- Think about Genres you love and make the list accordingly.
- List out the movies or TV series which are based on classic literature.
Clueless is really the tale of Jane Austen’s Emma; Easy A is a modern high school retelling of Nathaniel Hawthorne’s The Scarlet Letter.
- Have patience and read slowly. This can help you understand the characters better. Go back and reread the sentences if necessary.
- If possible, do a little bit of primary research about the book. For instance, before I started reading books by Bronte sisters, I read briefly about their family, writing, etc.
Now here is a long list of the best classics to add to your TBR
- Aesop’s Fables by Aesop- 560
- The Odyssey by Homer- 800
- The Canterbury Tales by Geoffrey Chaucer-1390
- Robinson Crusoe by Daniel Defoe- 1719
- Gulliver’s Travels by Jonathan Swift-1726
- Paradise Lost by John Milton-1667
- Pride and Prejudice– Jane Austen- 1813
- Wuthering Heights by Emily Brontë 1847
- Great Expectations by Charles Dickens 1861
- Jane Eyre by Charlotte Brontë- 1847
- Anna Karenina by Leo Tolstoy- 1877
- The Count of Monte Cristo by Alexandre Dumas- 1844
- Crime and Punishment by Fyodor Dostoyevsky- 1866
- Dracula by Bram Stoker- 1897
- Moby-Dick or, The Whale by Herman Melville- 1851
- A Tale of Two Cities by Charles Dickens – 1859
- Les Misérables by Victor Hugo- 1862
- Madame Bovary by Gustave Flaubert- 1856
- Middlemarch by George Eliot- 1871
- War and Peace by Leo Tolstoy- 1867
- David Copperfield by Charles Dickens- 1850
- Heart of Darkness by Joseph Conrad- 1899
- A Christmas Carol by Charles Dickens- 1843
- The Scarlet Letter by Nathaniel Hawthorne- 1850
- Frankenstein by Mary Wollstonecraft Shelley- 1818
- The Adventures of Huckleberry Finn by Mark Twain- 1876
- Tess of the D’Urbervilles by Thomas Hardy- 1891
- Persuasion by Jane Austen- 1818
- The Adventures of Sherlock Holmes by Arthur Conan Doyle- 1892
- Oliver Twist by Charles Dickens- 1839
- Emma by Jane Austen- 1815
- Alice in Wonderland by Lewis Carroll – 1865
- The Three Musketeers by Alexandre Dumas- 1844
- Sense and Sensibility by Jane Austen- 1811
- Vanity Fair by William Makepeace Thackeray- 1847
- The Woman in White by Wilkie Collins- 1859
- Far From the Madding Crowd by Thomas Hardy- 1874
- Bleak House by Charles Dickens- 1853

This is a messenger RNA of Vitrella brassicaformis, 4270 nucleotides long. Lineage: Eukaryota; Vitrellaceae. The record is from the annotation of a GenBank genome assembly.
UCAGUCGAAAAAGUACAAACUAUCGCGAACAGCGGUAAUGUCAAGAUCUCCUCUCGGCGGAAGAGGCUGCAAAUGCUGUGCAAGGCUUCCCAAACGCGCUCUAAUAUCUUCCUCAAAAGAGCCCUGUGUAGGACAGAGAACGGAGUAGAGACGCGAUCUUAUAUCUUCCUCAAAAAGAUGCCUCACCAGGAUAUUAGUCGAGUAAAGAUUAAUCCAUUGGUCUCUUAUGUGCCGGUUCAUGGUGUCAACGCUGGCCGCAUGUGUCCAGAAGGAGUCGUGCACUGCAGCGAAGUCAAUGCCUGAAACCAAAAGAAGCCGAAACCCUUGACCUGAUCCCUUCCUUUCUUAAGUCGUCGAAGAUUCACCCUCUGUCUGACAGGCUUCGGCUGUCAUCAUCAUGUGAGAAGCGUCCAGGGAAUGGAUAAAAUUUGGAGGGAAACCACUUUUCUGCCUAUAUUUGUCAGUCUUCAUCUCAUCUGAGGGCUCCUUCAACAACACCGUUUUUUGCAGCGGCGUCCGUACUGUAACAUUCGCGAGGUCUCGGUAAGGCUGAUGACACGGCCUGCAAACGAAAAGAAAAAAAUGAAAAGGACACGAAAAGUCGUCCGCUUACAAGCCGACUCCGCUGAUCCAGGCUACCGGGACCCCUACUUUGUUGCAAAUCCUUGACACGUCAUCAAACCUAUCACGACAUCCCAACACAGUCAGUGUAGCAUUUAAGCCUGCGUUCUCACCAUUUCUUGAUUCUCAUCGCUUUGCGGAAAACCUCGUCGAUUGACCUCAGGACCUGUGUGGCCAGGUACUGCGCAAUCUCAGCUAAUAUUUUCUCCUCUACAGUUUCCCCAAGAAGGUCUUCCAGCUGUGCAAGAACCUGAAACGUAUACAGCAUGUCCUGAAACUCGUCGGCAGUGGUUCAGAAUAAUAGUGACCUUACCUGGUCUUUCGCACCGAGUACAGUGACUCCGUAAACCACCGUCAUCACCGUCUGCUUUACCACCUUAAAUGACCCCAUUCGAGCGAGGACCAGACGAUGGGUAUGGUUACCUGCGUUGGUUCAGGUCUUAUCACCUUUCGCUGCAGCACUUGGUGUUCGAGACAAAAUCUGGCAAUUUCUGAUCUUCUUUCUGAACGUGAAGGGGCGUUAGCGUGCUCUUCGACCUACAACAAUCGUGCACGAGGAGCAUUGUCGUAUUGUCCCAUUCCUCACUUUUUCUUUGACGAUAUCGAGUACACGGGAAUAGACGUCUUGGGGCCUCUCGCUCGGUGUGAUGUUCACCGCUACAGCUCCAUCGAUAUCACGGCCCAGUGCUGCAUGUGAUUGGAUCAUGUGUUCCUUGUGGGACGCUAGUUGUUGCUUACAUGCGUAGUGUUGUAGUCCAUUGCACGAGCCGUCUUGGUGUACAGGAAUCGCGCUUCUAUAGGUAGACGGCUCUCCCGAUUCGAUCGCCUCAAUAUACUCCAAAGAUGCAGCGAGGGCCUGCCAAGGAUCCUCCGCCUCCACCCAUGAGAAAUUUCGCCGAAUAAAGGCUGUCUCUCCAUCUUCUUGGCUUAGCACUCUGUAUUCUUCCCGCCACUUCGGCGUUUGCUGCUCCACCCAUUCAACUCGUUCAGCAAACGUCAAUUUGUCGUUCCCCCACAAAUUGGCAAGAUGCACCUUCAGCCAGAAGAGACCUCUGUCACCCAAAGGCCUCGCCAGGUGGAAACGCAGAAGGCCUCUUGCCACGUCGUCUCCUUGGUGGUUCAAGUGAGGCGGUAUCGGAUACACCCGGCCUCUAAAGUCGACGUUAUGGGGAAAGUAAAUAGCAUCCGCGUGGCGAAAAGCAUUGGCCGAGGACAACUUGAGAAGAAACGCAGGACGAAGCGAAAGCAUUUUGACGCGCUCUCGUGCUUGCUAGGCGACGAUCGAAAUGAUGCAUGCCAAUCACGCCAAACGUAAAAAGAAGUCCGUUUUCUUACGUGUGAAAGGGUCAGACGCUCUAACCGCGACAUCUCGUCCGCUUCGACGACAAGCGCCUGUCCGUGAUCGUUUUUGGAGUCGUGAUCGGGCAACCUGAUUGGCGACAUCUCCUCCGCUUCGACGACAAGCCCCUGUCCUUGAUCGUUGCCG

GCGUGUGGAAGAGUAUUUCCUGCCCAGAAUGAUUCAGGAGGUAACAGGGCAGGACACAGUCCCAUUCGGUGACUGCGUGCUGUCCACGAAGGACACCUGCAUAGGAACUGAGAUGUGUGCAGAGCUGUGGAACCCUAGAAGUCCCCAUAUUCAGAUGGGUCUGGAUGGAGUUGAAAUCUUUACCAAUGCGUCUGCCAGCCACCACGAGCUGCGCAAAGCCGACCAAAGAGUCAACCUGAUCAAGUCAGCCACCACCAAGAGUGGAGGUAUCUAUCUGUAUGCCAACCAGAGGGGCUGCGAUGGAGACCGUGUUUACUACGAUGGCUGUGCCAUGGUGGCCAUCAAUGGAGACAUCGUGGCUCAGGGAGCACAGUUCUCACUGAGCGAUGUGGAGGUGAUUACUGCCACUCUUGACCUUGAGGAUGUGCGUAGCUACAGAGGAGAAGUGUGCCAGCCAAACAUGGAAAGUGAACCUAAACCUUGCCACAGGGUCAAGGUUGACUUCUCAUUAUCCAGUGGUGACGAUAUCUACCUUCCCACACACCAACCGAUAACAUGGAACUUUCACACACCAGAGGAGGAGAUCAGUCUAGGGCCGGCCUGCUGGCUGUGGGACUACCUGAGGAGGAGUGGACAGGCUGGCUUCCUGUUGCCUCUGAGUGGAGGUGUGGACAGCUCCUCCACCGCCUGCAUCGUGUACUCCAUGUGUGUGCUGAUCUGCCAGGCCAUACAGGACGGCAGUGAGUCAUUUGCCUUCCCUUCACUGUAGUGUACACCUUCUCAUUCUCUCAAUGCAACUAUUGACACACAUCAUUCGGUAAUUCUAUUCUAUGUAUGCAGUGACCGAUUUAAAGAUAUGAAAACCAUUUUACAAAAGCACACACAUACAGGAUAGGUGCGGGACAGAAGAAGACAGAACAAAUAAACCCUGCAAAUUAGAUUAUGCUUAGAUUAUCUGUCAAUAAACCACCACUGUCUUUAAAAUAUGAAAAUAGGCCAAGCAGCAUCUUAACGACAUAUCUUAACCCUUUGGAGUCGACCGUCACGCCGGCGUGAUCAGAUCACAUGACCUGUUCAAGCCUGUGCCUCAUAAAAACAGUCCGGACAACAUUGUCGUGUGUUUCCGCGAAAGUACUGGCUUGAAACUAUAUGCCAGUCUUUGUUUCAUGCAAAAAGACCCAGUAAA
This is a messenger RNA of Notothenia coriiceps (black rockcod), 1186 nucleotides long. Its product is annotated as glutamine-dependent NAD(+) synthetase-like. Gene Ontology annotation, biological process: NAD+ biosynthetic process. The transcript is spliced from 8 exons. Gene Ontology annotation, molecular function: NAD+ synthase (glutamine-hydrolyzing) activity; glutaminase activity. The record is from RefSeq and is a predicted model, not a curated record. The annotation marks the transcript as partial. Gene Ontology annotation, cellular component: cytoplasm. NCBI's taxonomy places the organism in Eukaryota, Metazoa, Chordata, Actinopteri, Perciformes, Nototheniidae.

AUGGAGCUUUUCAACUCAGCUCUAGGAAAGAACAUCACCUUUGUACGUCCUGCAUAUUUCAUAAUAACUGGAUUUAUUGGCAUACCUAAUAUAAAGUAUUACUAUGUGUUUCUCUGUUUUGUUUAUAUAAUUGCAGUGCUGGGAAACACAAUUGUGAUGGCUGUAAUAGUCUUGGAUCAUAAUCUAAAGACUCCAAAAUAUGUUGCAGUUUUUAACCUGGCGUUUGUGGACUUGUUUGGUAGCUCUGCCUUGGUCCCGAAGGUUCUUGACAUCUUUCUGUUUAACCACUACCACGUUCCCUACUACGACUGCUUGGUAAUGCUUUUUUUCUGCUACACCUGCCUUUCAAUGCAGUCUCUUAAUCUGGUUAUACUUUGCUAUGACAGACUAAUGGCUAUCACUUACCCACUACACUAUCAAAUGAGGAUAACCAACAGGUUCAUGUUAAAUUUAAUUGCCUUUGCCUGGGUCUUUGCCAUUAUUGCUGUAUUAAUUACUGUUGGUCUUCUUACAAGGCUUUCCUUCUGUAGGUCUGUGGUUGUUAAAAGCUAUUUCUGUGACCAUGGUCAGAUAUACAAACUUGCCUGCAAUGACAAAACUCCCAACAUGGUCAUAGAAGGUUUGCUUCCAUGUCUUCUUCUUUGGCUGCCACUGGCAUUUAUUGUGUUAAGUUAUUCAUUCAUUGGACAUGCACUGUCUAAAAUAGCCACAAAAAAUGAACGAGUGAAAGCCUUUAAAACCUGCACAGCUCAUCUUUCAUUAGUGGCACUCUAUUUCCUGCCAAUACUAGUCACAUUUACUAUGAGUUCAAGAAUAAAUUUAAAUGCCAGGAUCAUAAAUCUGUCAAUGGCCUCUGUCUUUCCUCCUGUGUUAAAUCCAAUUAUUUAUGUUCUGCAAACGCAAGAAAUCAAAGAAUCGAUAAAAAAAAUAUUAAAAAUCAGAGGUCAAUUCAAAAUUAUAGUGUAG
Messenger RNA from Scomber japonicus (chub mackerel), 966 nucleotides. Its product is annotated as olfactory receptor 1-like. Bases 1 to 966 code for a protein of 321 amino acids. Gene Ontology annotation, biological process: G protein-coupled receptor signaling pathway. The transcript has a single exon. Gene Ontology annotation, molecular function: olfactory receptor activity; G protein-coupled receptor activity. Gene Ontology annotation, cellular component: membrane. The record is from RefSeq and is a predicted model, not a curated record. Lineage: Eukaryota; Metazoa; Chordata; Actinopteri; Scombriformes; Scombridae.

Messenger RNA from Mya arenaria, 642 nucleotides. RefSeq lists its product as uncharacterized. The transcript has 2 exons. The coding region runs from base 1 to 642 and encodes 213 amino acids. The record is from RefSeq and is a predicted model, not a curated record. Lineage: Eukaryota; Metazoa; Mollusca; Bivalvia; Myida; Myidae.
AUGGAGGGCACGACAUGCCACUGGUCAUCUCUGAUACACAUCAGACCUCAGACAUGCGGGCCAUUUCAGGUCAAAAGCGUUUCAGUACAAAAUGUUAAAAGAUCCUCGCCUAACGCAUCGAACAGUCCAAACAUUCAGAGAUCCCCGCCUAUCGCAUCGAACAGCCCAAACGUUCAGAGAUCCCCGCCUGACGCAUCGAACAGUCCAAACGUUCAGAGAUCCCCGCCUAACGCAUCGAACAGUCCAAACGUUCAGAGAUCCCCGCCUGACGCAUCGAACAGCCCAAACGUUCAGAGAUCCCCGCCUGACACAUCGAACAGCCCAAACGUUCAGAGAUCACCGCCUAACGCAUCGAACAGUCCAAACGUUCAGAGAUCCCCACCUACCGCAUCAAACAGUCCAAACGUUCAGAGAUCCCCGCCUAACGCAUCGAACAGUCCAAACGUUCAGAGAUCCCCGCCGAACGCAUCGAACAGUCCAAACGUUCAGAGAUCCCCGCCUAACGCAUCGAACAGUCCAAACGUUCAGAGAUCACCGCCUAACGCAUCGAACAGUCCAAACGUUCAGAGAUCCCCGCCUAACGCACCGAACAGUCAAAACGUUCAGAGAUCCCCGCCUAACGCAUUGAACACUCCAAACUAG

- The Picture of Dorian Gray by Oscar Wilde-1890
- The Adventures of Tom Sawyer by Mark Twain-1875
- The Raven by Edgar Allan Poe -1827
- The Portrait of a Lady by Henry James-1881
- Treasure Island by Robert Louis Stevenson-1882
- The Invisible Man by H.G. Wells- 1897
- The Hunchback of Notre-Dame by Victor Hugo-1831
- Black Beauty by Anna Sewell- 1877
- A Doll’s House by Henrik Ibsen- 1879
- A Study in Scarlet by Arthur Conan Doyle- 1887
- Mansfield Park by Jane Austen- 1814
- The War of the Worlds by H.G. Wells- 1898
- The Red Badge of Courage by Stephen Crane-1892
- Diary of a Nobody by George and Weedon Grossmith- 1895
- The Betrothed by Alessandro Manzoni- 1827
- The Time Machine by H. G. Wells- 1895
- Return of the Native by Thomas Hardy- 1878
- The Mayor of Casterbridge by Thomas Hardy- 1886
- The Children of the New Forest by Frederick Marryat- 1847
- North and South by Elizabeth Gaskell- 1854
- Little Dorrit by Charles Dickens- 1857
- The Moonstone by Wilkie Collins -1868
- Jude the Obscure by Thomas Hardy- 1895
- Leaves of Grass by Walt Whitman- 1855
- 1984 – George Orwell- 1949
- The Great Gatsby by F. Scott Fitzgerald- 1925
- Catch-22 by Joseph Heller- 1961
- The Catcher in the Rye by J.D. Salinger- 1951
- Animal Farm by George Orwell- 1945
- Lord of the Flies by William Golding – 1954
- The Handmaid’s Tale by Margaret Atwood- 1985
- To Kill a Mockingbird by Harper Lee- 1960
- The Grapes of Wrath by John Steinbeck- 1939
- Charlotte’s Web by E.B. White- 1952
- One Hundred Years of Solitude by Gabriel García Márquez- 1967